Lewis Morley, one half of an iconic spread, is dead, aged 88.
It is often said that the pill and Lady Chatterley’s Love made the permissive society. Alas, the sexual revolution also got its fair share of help from indiscretions of John Profumo, a Tory government minister, for no matter what unflappable judges declared over the previous decade, the Profumo Affair proved otherwise with its steamy reveals about the lives of stiff-upper-lipped establishment types.
While it was a more forgiving age where even the most public of individuals — from Edward VIII to John Kennedy to Labour’s own leader Hugh Gaitskell — could rely on the press to overlook their indiscretions, it was Profumo’s misfortune to become entangled with a call girl named Christine Keeler, who might be also seeing a Russian spy. Revealed alongside were salacious tales of demimondaine brothels, lavish parties, two-way mirrors, and rumors about a naked, masked, and illustrious male “host” whose identity was never revealed. It was a watershed moment for both the British politics and British political reporting.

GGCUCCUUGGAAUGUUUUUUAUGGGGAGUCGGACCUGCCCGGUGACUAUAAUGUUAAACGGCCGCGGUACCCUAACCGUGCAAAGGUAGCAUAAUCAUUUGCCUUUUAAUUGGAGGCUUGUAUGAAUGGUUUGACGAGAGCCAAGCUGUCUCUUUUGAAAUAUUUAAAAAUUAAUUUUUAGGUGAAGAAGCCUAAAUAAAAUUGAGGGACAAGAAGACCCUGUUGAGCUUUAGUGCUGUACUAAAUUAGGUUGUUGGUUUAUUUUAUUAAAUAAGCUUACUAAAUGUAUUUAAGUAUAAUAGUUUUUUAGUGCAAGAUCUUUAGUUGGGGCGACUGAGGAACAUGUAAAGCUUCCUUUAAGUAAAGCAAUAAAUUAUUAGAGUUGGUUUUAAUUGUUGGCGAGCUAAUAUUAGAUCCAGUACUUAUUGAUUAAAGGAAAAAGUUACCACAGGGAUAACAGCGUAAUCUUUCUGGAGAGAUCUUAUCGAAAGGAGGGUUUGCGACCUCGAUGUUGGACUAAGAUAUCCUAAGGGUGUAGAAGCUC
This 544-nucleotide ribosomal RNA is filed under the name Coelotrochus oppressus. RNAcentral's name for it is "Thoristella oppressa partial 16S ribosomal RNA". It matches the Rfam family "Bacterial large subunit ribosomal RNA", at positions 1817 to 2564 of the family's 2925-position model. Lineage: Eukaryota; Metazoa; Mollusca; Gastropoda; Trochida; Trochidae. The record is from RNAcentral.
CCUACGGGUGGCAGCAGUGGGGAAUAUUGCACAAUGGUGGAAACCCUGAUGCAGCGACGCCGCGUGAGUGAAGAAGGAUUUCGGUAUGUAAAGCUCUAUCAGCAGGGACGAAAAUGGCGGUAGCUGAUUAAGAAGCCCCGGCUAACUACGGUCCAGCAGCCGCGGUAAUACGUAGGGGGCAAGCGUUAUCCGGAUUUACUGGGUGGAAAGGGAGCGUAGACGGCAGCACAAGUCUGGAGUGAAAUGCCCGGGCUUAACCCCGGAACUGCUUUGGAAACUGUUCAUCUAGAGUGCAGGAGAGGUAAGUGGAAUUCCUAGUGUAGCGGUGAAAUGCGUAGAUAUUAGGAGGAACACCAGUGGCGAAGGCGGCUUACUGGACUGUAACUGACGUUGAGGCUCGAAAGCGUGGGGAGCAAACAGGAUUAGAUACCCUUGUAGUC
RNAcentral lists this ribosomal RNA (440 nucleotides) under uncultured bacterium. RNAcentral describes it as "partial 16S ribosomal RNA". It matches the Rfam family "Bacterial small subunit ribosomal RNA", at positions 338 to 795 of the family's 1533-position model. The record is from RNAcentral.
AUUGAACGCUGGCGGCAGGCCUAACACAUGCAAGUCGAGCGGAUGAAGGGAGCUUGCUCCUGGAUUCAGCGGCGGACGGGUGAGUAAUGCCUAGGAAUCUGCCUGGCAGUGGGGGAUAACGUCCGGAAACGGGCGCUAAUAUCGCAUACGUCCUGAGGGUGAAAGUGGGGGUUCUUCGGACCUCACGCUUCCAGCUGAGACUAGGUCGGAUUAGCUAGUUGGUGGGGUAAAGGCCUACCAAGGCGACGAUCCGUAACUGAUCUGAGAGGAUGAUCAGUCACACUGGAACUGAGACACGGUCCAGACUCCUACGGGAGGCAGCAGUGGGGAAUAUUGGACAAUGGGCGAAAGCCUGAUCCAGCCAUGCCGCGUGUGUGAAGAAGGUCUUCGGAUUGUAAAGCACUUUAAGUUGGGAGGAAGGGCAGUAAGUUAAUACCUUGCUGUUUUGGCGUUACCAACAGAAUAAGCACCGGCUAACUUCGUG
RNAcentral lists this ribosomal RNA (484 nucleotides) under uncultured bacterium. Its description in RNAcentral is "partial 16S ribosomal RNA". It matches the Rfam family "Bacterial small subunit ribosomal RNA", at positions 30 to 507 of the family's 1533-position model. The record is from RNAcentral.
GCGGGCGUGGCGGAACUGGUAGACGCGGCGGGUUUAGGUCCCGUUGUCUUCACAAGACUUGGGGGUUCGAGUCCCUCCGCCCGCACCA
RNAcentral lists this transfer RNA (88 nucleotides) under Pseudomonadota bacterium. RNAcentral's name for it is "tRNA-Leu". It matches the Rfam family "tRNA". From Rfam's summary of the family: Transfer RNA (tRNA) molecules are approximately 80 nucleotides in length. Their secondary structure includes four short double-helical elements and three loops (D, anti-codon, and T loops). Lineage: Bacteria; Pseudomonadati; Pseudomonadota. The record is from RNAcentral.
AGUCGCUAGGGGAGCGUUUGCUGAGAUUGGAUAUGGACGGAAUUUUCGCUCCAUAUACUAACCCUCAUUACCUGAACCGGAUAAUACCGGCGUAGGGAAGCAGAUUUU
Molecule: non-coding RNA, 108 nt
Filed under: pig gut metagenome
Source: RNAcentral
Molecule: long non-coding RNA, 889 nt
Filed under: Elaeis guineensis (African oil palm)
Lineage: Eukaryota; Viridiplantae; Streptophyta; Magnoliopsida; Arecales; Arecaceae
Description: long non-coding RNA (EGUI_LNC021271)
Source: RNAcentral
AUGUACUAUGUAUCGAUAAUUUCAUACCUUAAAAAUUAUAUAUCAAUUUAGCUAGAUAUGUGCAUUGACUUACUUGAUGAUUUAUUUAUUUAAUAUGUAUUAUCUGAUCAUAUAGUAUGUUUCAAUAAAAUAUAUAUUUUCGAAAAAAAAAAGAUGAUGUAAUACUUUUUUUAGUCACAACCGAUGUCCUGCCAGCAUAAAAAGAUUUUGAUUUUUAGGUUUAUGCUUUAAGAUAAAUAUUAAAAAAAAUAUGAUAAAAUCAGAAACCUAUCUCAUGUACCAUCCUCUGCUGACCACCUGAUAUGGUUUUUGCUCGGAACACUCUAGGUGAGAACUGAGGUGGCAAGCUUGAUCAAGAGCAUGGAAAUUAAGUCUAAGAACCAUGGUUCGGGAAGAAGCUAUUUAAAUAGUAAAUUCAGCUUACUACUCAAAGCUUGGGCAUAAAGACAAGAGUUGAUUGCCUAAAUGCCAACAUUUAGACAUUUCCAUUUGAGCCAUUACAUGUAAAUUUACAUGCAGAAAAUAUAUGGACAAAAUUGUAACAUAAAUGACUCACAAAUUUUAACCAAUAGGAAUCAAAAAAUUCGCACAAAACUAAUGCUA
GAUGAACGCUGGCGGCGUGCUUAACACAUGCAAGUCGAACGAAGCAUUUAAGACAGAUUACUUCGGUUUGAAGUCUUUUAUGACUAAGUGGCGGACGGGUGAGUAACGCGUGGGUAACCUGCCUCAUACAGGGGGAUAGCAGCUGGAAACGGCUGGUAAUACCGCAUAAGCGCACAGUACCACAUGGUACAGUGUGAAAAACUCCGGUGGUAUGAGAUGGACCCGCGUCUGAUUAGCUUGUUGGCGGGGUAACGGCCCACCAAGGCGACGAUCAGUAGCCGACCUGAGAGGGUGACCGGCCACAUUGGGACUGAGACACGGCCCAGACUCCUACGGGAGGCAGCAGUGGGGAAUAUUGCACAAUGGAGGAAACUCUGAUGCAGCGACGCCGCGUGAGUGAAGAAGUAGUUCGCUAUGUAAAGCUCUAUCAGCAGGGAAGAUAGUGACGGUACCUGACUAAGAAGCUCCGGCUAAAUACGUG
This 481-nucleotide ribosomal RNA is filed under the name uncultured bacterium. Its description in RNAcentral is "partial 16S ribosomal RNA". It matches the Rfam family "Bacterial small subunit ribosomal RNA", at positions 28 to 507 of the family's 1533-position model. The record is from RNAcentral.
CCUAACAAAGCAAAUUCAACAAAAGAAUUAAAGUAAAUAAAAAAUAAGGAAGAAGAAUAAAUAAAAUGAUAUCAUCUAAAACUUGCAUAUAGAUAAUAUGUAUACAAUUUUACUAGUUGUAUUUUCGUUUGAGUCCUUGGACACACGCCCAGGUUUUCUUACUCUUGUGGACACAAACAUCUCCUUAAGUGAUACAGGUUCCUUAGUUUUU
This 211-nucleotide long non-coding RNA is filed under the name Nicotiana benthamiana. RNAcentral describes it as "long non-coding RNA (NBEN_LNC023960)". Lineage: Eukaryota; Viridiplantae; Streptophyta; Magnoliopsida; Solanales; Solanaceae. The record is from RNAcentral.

Ms. Keeler posed famously for Lewis Morley, a famed chronicler of the Swinging Sixties. Morley cleared the studio and turned his back so that Keeler could undress, suggesting she sit astride the chair so the back would shield her. As the 30-minute shoot which burnt up 120 rolls of film was coming to end, Morley turned away, only to notice Keeler “in a perfect position”. The most amours photo was literally the last shot
Morley did not have fond memories of the day. “I never found her sexy,” he said. “She reminded me too much of Vera Lynn!” And as he came to resent its overshadowing of his other work, he called it “that fucking Keeler shot” and parodied it by photographing himself in the same pose with a millstone around his neck. He however signed the chair — a thinly-masked Arne Jacobsen copy — and sold it to the V&A while the National Portrait Gallery bought all original photos.